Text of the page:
Exhibit 2. I really didn't expect that skunk that was staring at me from 3 feet away with its tail up. Don't scream and slowly back away....now run run run. Boy its fun to run. We did see a lot of other cool animals and some weird human ones as well. This was a giant red dragonfly/bird of some sort.

Exhibit 3: Things we forgot: extra clothes, propane, spoons, directions to a road which we could not find, spare bike tube & patch kit, tennis shoes (AB), enough food or drink in non glass bottles, rain clothing, topographical map, bottle opener, sunscreen.

Who's in next time?!

Monday, July 23, 2007

Kick it up.

The average humidity in Phoenix during June and July is 14%. This is crazy low I realize , since most of the US is probably more like 75%. But we have that thing called 'ridiculously high temps' which evens out the misery factor for us. So when the humidity hits numbers like 40% at 105 degrees with winds gusting to 38 mph and swirling dust clouding all visibility, it is of course the perfect weather to hit the gym. So I went for a bike ride. To the gym. Strong headwinds made me feel very lethargic and tired from the weekend's activities and very sloooowww. So I decided to do an impromptu kick boxing class to spice up the evening and force me to do high cardio for 60 minutes. For supposedly being a mean fighting machine, I am not very good at kicking or dancing or coordination or grace or any number of the things required. Midwestern white girl has no rhythm.

I will post about this past weekend's adventures very shortly.

Thursday, July 19, 2007

Real Mt Bikers (RMB)

"This is the greenest you will ever see Phoenix, promise."
Camelback Mt, Phoenix - Very Wet Springtime 2005

As part of my delusional plan to become a 'real mountain biker', I have been trying to do the things that I feel RMBs do. Namely I attended a free bike maintenance clinic at the local REI and bought a book on mastering the technical skills needed for mountain biking. I usually laugh at those who try to learn physical activity from a book, but in this case, in an effort to fly over my handlebars with less frequency at a more expeditious rate, I felt it was a good idea. So I have read about the wheelie, the bunny hop, the lunge, the best position to put your body in for climbing hills or descending hills, and many other useful tips. It's sort of hard to read and imagine and learn without trying the things they are talking about. But this weekend I am going to be taking my bike to a place where they actually have logs to jump over and rocks to ride down and trees to run into. We are going camping in the Fossil Creek area near unnamed waterfall #1. We plan on backpacking our gear in along with our bikes (is this possible?). I may need to turn my bike into a pack mule to accomplish both simultaneously but since the waterfalls isn't that far or hard to get to, I am not really that worried.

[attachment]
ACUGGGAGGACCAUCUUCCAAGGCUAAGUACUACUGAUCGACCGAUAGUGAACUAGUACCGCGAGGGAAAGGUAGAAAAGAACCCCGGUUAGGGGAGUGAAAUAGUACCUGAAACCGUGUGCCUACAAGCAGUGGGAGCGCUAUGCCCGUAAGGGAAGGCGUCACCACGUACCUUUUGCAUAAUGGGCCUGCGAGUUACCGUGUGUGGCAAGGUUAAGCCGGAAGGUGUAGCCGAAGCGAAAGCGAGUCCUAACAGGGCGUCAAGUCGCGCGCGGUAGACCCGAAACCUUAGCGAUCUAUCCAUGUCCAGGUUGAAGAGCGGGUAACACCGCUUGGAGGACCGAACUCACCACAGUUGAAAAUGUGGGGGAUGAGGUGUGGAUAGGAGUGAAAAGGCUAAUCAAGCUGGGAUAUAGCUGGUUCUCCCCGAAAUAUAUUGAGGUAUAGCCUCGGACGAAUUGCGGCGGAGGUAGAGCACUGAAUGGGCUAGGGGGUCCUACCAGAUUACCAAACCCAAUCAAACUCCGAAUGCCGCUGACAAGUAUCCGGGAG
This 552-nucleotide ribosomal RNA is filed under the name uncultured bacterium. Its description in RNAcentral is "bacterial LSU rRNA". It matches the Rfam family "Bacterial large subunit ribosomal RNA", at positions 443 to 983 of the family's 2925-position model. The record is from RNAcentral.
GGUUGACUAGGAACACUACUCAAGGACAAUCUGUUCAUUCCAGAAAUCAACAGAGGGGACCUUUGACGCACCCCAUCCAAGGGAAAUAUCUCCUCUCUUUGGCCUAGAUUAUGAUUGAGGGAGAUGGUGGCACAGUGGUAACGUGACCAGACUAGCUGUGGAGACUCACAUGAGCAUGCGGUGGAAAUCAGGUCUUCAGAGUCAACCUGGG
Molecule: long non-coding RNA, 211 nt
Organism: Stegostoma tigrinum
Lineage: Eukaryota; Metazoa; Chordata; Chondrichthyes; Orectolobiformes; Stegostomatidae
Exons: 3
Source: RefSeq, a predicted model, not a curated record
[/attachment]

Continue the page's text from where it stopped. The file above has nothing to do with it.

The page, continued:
In order to prepare my amazing $300 Sports Authority special K2 bike codenamed Gigi for the occasion, I decided to give my bike a little TLC that I learned at the REI clinic. I removed the tires off my bike, cleaned all the gears, tires and frame and then reassembled and lubed. It was quite the accomplishment for me since tools and mechanicals scare the SHIT out of me. Gigi was purring like a lil baby kitty after I got done with her. Now who wants to get dirty again? Eww me me, pick me.

Wednesday, July 18, 2007

Scenes of Life

My LIFE in Scenes
Begin Scene

Girl and boy cuddling, girl playing with boy's hair, rubbing his face. Boy has eyes shut but is not sleeping. Girl touches (just touches very gently) boy's nose and boy jumps very violently.

Girl: "You are so ridiculously jumpy. I was touching your face and you could feel it so why would touching your nose make you jump."
Boy: "Well I am only jumpy with you, cause I am so scared of you."
Girl: "Well you get startled all the time. I can make you jump at any moment if I want too."
Boy: "It is not that EASY..."
Girl: "It's so easy a caveman can do it."

Sometimes I feel like I may be marrying a 12-year-old girl. Tom is very handsome and manly with muscles and many useful skills like laying tile and wiring electricity. However, he is one jumpy 'son of a gun' and is usually as easy to startle as a teeny bopper on a haunted pirate ride. I can freak him out simply by walking into a bedroom and talking to him. Seriously.

End Scene


Begin Scene II

Girl walks anywhere with tank top on since it's 3 degrees shy of hell where she lives. Random or nearly random stranger engages girl with conversation about life, liberty and the pursuit of happiness or shopping or some other lame topic. Three minutes into the conversation, random stranger thinks up a very interesting question to ask girl.

Stranger: "So um, do you work out?"
Girl: "Um no, I just have arm muscles that grow out of my arms naturally. Seriously, I am buff alone by the grace of the maker and they came with instructions that said 'do not work out, pass go or collect $200'. Yup, I am a freak of nature."